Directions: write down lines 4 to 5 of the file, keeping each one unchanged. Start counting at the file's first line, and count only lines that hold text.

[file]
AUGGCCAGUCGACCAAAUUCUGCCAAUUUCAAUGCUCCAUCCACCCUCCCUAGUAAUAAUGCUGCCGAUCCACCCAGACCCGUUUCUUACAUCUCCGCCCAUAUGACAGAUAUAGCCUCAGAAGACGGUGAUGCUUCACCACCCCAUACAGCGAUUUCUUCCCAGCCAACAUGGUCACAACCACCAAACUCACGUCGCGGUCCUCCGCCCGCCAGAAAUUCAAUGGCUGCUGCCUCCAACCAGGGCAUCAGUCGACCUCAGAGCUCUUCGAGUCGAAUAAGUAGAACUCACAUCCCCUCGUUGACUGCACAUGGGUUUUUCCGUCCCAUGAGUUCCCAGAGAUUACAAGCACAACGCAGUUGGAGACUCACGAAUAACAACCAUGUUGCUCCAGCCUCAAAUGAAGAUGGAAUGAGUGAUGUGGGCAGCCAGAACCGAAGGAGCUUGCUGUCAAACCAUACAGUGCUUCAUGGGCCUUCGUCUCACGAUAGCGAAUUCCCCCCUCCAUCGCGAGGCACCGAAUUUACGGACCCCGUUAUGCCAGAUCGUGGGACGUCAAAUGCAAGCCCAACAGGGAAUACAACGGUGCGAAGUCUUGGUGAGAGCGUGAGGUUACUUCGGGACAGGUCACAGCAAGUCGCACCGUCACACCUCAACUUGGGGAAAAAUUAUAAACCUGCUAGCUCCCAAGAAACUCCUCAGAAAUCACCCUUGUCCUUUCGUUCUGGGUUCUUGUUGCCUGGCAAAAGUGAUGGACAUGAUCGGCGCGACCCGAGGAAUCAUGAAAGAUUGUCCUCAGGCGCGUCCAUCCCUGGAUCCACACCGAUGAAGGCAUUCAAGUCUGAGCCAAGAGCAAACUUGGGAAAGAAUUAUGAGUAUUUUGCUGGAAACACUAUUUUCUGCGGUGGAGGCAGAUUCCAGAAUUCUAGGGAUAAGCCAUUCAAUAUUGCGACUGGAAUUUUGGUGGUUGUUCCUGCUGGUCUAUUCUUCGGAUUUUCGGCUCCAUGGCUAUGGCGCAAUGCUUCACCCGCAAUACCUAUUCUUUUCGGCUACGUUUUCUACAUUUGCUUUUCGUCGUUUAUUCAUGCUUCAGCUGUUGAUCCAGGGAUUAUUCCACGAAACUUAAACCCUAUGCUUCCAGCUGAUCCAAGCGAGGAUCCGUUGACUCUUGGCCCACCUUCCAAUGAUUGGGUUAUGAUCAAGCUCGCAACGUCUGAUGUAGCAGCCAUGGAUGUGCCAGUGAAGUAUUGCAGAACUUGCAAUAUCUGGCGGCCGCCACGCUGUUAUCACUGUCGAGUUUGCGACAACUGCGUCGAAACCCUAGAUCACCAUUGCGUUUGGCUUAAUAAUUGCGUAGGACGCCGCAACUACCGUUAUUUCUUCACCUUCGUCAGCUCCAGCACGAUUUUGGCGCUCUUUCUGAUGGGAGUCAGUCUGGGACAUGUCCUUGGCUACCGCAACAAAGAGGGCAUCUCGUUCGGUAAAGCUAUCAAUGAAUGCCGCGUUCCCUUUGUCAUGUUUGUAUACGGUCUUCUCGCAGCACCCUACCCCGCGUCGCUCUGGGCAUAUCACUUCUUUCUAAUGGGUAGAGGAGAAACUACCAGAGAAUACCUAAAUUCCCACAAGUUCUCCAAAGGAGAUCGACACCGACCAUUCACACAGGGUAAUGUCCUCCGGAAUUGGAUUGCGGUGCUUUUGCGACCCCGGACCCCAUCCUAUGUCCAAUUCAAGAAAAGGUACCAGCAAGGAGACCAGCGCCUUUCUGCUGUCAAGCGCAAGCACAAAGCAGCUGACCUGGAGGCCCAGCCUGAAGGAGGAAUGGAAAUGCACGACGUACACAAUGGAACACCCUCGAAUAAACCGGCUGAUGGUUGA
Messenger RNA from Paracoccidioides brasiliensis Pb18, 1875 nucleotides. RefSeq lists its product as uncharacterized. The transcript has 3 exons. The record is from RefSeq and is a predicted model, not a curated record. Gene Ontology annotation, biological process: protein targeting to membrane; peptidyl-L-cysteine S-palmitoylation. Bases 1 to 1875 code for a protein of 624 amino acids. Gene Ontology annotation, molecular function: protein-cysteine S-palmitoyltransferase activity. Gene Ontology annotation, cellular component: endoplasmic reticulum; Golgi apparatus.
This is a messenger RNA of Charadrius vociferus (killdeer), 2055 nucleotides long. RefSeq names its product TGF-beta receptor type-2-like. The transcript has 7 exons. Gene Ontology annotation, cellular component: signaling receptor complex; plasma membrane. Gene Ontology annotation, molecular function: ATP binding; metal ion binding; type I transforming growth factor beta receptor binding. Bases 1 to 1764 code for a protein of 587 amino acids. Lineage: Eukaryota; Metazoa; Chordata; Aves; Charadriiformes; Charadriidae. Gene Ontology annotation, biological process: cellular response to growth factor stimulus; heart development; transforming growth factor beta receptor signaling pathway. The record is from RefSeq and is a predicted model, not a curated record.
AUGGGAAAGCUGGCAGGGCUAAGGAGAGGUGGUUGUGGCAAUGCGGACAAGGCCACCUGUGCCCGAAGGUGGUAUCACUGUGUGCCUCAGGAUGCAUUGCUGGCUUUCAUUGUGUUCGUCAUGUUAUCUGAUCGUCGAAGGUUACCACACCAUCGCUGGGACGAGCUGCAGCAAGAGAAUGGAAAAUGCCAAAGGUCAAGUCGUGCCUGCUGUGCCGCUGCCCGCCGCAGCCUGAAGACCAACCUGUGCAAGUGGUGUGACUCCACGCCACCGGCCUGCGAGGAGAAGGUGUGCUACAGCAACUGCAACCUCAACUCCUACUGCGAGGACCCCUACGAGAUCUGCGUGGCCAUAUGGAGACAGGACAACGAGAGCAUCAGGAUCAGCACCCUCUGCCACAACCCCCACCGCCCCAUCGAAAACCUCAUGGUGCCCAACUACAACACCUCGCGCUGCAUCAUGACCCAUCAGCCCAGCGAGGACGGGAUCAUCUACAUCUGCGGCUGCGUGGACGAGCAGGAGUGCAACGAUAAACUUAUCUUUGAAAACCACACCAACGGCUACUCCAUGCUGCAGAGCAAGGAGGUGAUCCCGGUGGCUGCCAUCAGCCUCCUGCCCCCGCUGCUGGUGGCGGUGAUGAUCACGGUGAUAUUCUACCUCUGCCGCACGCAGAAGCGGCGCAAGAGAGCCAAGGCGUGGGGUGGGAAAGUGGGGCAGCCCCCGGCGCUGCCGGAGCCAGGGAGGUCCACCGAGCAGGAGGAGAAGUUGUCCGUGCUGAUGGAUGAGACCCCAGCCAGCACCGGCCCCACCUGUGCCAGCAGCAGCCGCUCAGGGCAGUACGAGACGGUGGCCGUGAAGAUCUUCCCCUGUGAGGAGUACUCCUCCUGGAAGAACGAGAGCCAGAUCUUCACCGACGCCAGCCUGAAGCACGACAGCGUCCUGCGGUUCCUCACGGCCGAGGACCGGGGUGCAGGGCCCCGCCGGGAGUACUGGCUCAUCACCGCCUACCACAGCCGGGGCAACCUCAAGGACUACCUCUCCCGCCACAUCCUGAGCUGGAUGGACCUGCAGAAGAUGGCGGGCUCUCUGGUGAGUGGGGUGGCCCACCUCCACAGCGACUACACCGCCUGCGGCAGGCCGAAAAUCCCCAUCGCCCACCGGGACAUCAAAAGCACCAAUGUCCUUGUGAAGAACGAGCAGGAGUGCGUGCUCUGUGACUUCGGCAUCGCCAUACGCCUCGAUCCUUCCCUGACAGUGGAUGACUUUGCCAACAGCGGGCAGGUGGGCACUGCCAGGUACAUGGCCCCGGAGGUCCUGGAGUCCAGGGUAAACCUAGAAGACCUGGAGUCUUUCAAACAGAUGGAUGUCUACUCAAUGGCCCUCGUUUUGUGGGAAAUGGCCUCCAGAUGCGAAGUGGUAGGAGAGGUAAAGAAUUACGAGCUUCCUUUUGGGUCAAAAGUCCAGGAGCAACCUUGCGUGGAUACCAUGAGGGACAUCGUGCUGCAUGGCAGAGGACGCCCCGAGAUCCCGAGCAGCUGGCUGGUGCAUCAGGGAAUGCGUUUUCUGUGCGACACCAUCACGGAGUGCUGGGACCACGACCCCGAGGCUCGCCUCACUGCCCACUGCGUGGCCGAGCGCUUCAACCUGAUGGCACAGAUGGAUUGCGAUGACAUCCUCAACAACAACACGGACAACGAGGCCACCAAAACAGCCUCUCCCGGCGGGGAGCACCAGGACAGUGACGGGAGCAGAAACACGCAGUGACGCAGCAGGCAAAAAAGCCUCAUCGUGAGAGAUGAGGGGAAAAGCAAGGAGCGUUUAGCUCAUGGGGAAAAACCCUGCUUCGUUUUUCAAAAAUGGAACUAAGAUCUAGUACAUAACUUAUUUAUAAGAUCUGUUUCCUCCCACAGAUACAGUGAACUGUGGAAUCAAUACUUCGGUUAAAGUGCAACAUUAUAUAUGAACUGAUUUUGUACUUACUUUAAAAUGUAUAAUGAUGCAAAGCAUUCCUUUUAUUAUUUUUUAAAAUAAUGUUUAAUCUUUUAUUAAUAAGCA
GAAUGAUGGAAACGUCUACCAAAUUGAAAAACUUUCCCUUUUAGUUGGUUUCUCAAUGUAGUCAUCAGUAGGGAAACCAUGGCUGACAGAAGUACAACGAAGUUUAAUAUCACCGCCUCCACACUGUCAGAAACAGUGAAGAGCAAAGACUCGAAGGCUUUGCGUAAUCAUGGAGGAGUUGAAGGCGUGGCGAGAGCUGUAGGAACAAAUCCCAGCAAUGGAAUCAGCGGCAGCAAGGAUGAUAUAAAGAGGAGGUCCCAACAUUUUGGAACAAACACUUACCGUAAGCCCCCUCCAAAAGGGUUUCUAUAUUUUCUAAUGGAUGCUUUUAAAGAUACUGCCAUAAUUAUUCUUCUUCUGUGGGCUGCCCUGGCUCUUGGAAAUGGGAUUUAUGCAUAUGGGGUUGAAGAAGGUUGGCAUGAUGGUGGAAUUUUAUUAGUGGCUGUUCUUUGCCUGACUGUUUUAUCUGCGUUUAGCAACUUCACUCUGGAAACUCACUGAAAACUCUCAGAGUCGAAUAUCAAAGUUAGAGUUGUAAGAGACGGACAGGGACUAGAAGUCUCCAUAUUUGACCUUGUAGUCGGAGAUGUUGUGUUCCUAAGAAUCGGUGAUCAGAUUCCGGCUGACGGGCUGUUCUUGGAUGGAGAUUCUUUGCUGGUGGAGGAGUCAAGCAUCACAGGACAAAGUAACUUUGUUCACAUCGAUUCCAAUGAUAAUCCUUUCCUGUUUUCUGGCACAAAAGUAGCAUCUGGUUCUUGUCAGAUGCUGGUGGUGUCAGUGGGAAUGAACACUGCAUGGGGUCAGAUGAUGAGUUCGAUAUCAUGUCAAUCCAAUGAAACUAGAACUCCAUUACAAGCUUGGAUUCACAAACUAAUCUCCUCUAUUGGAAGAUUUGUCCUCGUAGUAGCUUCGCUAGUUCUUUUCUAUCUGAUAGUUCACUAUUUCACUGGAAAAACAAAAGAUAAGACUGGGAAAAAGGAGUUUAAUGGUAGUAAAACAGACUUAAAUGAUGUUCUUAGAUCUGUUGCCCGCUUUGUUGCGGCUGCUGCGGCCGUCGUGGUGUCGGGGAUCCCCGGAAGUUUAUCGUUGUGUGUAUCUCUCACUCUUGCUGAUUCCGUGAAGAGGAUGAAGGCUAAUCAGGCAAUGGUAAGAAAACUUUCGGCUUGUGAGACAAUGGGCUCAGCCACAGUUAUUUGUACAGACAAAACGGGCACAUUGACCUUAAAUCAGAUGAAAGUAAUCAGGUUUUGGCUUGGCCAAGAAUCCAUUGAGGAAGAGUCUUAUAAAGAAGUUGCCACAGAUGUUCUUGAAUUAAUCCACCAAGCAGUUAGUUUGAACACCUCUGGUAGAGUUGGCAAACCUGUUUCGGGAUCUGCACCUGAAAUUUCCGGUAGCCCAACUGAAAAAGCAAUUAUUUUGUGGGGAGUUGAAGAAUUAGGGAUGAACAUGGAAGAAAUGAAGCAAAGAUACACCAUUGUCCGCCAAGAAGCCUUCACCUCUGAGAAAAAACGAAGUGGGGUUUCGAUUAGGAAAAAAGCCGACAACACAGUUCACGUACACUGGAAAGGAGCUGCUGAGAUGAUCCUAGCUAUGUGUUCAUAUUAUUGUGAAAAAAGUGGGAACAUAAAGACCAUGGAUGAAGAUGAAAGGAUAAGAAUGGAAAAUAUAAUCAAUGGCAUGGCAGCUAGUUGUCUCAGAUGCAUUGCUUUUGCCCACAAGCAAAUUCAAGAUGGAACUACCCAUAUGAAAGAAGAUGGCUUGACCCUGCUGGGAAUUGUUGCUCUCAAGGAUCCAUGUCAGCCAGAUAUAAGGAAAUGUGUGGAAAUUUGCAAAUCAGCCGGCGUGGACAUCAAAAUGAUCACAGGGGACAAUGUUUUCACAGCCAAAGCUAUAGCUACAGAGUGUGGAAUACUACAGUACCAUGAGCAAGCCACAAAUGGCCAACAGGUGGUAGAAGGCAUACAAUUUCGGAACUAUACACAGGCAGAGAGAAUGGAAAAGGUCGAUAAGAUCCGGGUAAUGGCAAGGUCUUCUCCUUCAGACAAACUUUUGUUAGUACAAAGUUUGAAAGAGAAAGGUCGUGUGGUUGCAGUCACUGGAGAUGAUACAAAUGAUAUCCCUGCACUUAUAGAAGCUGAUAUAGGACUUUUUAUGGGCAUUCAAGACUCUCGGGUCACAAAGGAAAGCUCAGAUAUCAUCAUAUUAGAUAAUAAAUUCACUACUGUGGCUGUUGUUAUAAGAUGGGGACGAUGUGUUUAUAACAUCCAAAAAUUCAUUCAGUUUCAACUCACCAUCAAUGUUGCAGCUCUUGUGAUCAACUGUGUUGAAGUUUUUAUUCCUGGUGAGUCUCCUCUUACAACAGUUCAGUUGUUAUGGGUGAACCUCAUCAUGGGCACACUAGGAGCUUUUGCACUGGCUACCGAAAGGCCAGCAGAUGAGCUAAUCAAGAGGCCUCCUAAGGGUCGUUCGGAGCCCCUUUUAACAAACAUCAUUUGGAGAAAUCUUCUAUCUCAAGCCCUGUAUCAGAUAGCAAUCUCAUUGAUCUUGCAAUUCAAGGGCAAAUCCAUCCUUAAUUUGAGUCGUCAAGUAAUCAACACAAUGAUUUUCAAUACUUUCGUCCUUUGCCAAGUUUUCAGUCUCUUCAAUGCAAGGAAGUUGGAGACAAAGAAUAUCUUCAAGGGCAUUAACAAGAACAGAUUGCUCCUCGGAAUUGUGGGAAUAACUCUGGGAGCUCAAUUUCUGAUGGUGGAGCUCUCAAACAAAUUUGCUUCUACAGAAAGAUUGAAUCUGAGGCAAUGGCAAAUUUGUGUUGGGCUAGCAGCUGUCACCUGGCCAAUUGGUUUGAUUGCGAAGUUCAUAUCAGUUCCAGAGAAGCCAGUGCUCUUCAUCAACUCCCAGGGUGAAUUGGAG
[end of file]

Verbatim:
AUGGGAAAGCUGGCAGGGCUAAGGAGAGGUGGUUGUGGCAAUGCGGACAAGGCCACCUGUGCCCGAAGGUGGUAUCACUGUGUGCCUCAGGAUGCAUUGCUGGCUUUCAUUGUGUUCGUCAUGUUAUCUGAUCGUCGAAGGUUACCACACCAUCGCUGGGACGAGCUGCAGCAAGAGAAUGGAAAAUGCCAAAGGUCAAGUCGUGCCUGCUGUGCCGCUGCCCGCCGCAGCCUGAAGACCAACCUGUGCAAGUGGUGUGACUCCACGCCACCGGCCUGCGAGGAGAAGGUGUGCUACAGCAACUGCAACCUCAACUCCUACUGCGAGGACCCCUACGAGAUCUGCGUGGCCAUAUGGAGACAGGACAACGAGAGCAUCAGGAUCAGCACCCUCUGCCACAACCCCCACCGCCCCAUCGAAAACCUCAUGGUGCCCAACUACAACACCUCGCGCUGCAUCAUGACCCAUCAGCCCAGCGAGGACGGGAUCAUCUACAUCUGCGGCUGCGUGGACGAGCAGGAGUGCAACGAUAAACUUAUCUUUGAAAACCACACCAACGGCUACUCCAUGCUGCAGAGCAAGGAGGUGAUCCCGGUGGCUGCCAUCAGCCUCCUGCCCCCGCUGCUGGUGGCGGUGAUGAUCACGGUGAUAUUCUACCUCUGCCGCACGCAGAAGCGGCGCAAGAGAGCCAAGGCGUGGGGUGGGAAAGUGGGGCAGCCCCCGGCGCUGCCGGAGCCAGGGAGGUCCACCGAGCAGGAGGAGAAGUUGUCCGUGCUGAUGGAUGAGACCCCAGCCAGCACCGGCCCCACCUGUGCCAGCAGCAGCCGCUCAGGGCAGUACGAGACGGUGGCCGUGAAGAUCUUCCCCUGUGAGGAGUACUCCUCCUGGAAGAACGAGAGCCAGAUCUUCACCGACGCCAGCCUGAAGCACGACAGCGUCCUGCGGUUCCUCACGGCCGAGGACCGGGGUGCAGGGCCCCGCCGGGAGUACUGGCUCAUCACCGCCUACCACAGCCGGGGCAACCUCAAGGACUACCUCUCCCGCCACAUCCUGAGCUGGAUGGACCUGCAGAAGAUGGCGGGCUCUCUGGUGAGUGGGGUGGCCCACCUCCACAGCGACUACACCGCCUGCGGCAGGCCGAAAAUCCCCAUCGCCCACCGGGACAUCAAAAGCACCAAUGUCCUUGUGAAGAACGAGCAGGAGUGCGUGCUCUGUGACUUCGGCAUCGCCAUACGCCUCGAUCCUUCCCUGACAGUGGAUGACUUUGCCAACAGCGGGCAGGUGGGCACUGCCAGGUACAUGGCCCCGGAGGUCCUGGAGUCCAGGGUAAACCUAGAAGACCUGGAGUCUUUCAAACAGAUGGAUGUCUACUCAAUGGCCCUCGUUUUGUGGGAAAUGGCCUCCAGAUGCGAAGUGGUAGGAGAGGUAAAGAAUUACGAGCUUCCUUUUGGGUCAAAAGUCCAGGAGCAACCUUGCGUGGAUACCAUGAGGGACAUCGUGCUGCAUGGCAGAGGACGCCCCGAGAUCCCGAGCAGCUGGCUGGUGCAUCAGGGAAUGCGUUUUCUGUGCGACACCAUCACGGAGUGCUGGGACCACGACCCCGAGGCUCGCCUCACUGCCCACUGCGUGGCCGAGCGCUUCAACCUGAUGGCACAGAUGGAUUGCGAUGACAUCCUCAACAACAACACGGACAACGAGGCCACCAAAACAGCCUCUCCCGGCGGGGAGCACCAGGACAGUGACGGGAGCAGAAACACGCAGUGACGCAGCAGGCAAAAAAGCCUCAUCGUGAGAGAUGAGGGGAAAAGCAAGGAGCGUUUAGCUCAUGGGGAAAAACCCUGCUUCGUUUUUCAAAAAUGGAACUAAGAUCUAGUACAUAACUUAUUUAUAAGAUCUGUUUCCUCCCACAGAUACAGUGAACUGUGGAAUCAAUACUUCGGUUAAAGUGCAACAUUAUAUAUGAACUGAUUUUGUACUUACUUUAAAAUGUAUAAUGAUGCAAAGCAUUCCUUUUAUUAUUUUUUAAAAUAAUGUUUAAUCUUUUAUUAAUAAGCA
GAAUGAUGGAAACGUCUACCAAAUUGAAAAACUUUCCCUUUUAGUUGGUUUCUCAAUGUAGUCAUCAGUAGGGAAACCAUGGCUGACAGAAGUACAACGAAGUUUAAUAUCACCGCCUCCACACUGUCAGAAACAGUGAAGAGCAAAGACUCGAAGGCUUUGCGUAAUCAUGGAGGAGUUGAAGGCGUGGCGAGAGCUGUAGGAACAAAUCCCAGCAAUGGAAUCAGCGGCAGCAAGGAUGAUAUAAAGAGGAGGUCCCAACAUUUUGGAACAAACACUUACCGUAAGCCCCCUCCAAAAGGGUUUCUAUAUUUUCUAAUGGAUGCUUUUAAAGAUACUGCCAUAAUUAUUCUUCUUCUGUGGGCUGCCCUGGCUCUUGGAAAUGGGAUUUAUGCAUAUGGGGUUGAAGAAGGUUGGCAUGAUGGUGGAAUUUUAUUAGUGGCUGUUCUUUGCCUGACUGUUUUAUCUGCGUUUAGCAACUUCACUCUGGAAACUCACUGAAAACUCUCAGAGUCGAAUAUCAAAGUUAGAGUUGUAAGAGACGGACAGGGACUAGAAGUCUCCAUAUUUGACCUUGUAGUCGGAGAUGUUGUGUUCCUAAGAAUCGGUGAUCAGAUUCCGGCUGACGGGCUGUUCUUGGAUGGAGAUUCUUUGCUGGUGGAGGAGUCAAGCAUCACAGGACAAAGUAACUUUGUUCACAUCGAUUCCAAUGAUAAUCCUUUCCUGUUUUCUGGCACAAAAGUAGCAUCUGGUUCUUGUCAGAUGCUGGUGGUGUCAGUGGGAAUGAACACUGCAUGGGGUCAGAUGAUGAGUUCGAUAUCAUGUCAAUCCAAUGAAACUAGAACUCCAUUACAAGCUUGGAUUCACAAACUAAUCUCCUCUAUUGGAAGAUUUGUCCUCGUAGUAGCUUCGCUAGUUCUUUUCUAUCUGAUAGUUCACUAUUUCACUGGAAAAACAAAAGAUAAGACUGGGAAAAAGGAGUUUAAUGGUAGUAAAACAGACUUAAAUGAUGUUCUUAGAUCUGUUGCCCGCUUUGUUGCGGCUGCUGCGGCCGUCGUGGUGUCGGGGAUCCCCGGAAGUUUAUCGUUGUGUGUAUCUCUCACUCUUGCUGAUUCCGUGAAGAGGAUGAAGGCUAAUCAGGCAAUGGUAAGAAAACUUUCGGCUUGUGAGACAAUGGGCUCAGCCACAGUUAUUUGUACAGACAAAACGGGCACAUUGACCUUAAAUCAGAUGAAAGUAAUCAGGUUUUGGCUUGGCCAAGAAUCCAUUGAGGAAGAGUCUUAUAAAGAAGUUGCCACAGAUGUUCUUGAAUUAAUCCACCAAGCAGUUAGUUUGAACACCUCUGGUAGAGUUGGCAAACCUGUUUCGGGAUCUGCACCUGAAAUUUCCGGUAGCCCAACUGAAAAAGCAAUUAUUUUGUGGGGAGUUGAAGAAUUAGGGAUGAACAUGGAAGAAAUGAAGCAAAGAUACACCAUUGUCCGCCAAGAAGCCUUCACCUCUGAGAAAAAACGAAGUGGGGUUUCGAUUAGGAAAAAAGCCGACAACACAGUUCACGUACACUGGAAAGGAGCUGCUGAGAUGAUCCUAGCUAUGUGUUCAUAUUAUUGUGAAAAAAGUGGGAACAUAAAGACCAUGGAUGAAGAUGAAAGGAUAAGAAUGGAAAAUAUAAUCAAUGGCAUGGCAGCUAGUUGUCUCAGAUGCAUUGCUUUUGCCCACAAGCAAAUUCAAGAUGGAACUACCCAUAUGAAAGAAGAUGGCUUGACCCUGCUGGGAAUUGUUGCUCUCAAGGAUCCAUGUCAGCCAGAUAUAAGGAAAUGUGUGGAAAUUUGCAAAUCAGCCGGCGUGGACAUCAAAAUGAUCACAGGGGACAAUGUUUUCACAGCCAAAGCUAUAGCUACAGAGUGUGGAAUACUACAGUACCAUGAGCAAGCCACAAAUGGCCAACAGGUGGUAGAAGGCAUACAAUUUCGGAACUAUACACAGGCAGAGAGAAUGGAAAAGGUCGAUAAGAUCCGGGUAAUGGCAAGGUCUUCUCCUUCAGACAAACUUUUGUUAGUACAAAGUUUGAAAGAGAAAGGUCGUGUGGUUGCAGUCACUGGAGAUGAUACAAAUGAUAUCCCUGCACUUAUAGAAGCUGAUAUAGGACUUUUUAUGGGCAUUCAAGACUCUCGGGUCACAAAGGAAAGCUCAGAUAUCAUCAUAUUAGAUAAUAAAUUCACUACUGUGGCUGUUGUUAUAAGAUGGGGACGAUGUGUUUAUAACAUCCAAAAAUUCAUUCAGUUUCAACUCACCAUCAAUGUUGCAGCUCUUGUGAUCAACUGUGUUGAAGUUUUUAUUCCUGGUGAGUCUCCUCUUACAACAGUUCAGUUGUUAUGGGUGAACCUCAUCAUGGGCACACUAGGAGCUUUUGCACUGGCUACCGAAAGGCCAGCAGAUGAGCUAAUCAAGAGGCCUCCUAAGGGUCGUUCGGAGCCCCUUUUAACAAACAUCAUUUGGAGAAAUCUUCUAUCUCAAGCCCUGUAUCAGAUAGCAAUCUCAUUGAUCUUGCAAUUCAAGGGCAAAUCCAUCCUUAAUUUGAGUCGUCAAGUAAUCAACACAAUGAUUUUCAAUACUUUCGUCCUUUGCCAAGUUUUCAGUCUCUUCAAUGCAAGGAAGUUGGAGACAAAGAAUAUCUUCAAGGGCAUUAACAAGAACAGAUUGCUCCUCGGAAUUGUGGGAAUAACUCUGGGAGCUCAAUUUCUGAUGGUGGAGCUCUCAAACAAAUUUGCUUCUACAGAAAGAUUGAAUCUGAGGCAAUGGCAAAUUUGUGUUGGGCUAGCAGCUGUCACCUGGCCAAUUGGUUUGAUUGCGAAGUUCAUAUCAGUUCCAGAGAAGCCAGUGCUCUUCAUCAACUCCCAGGGUGAAUUGGAG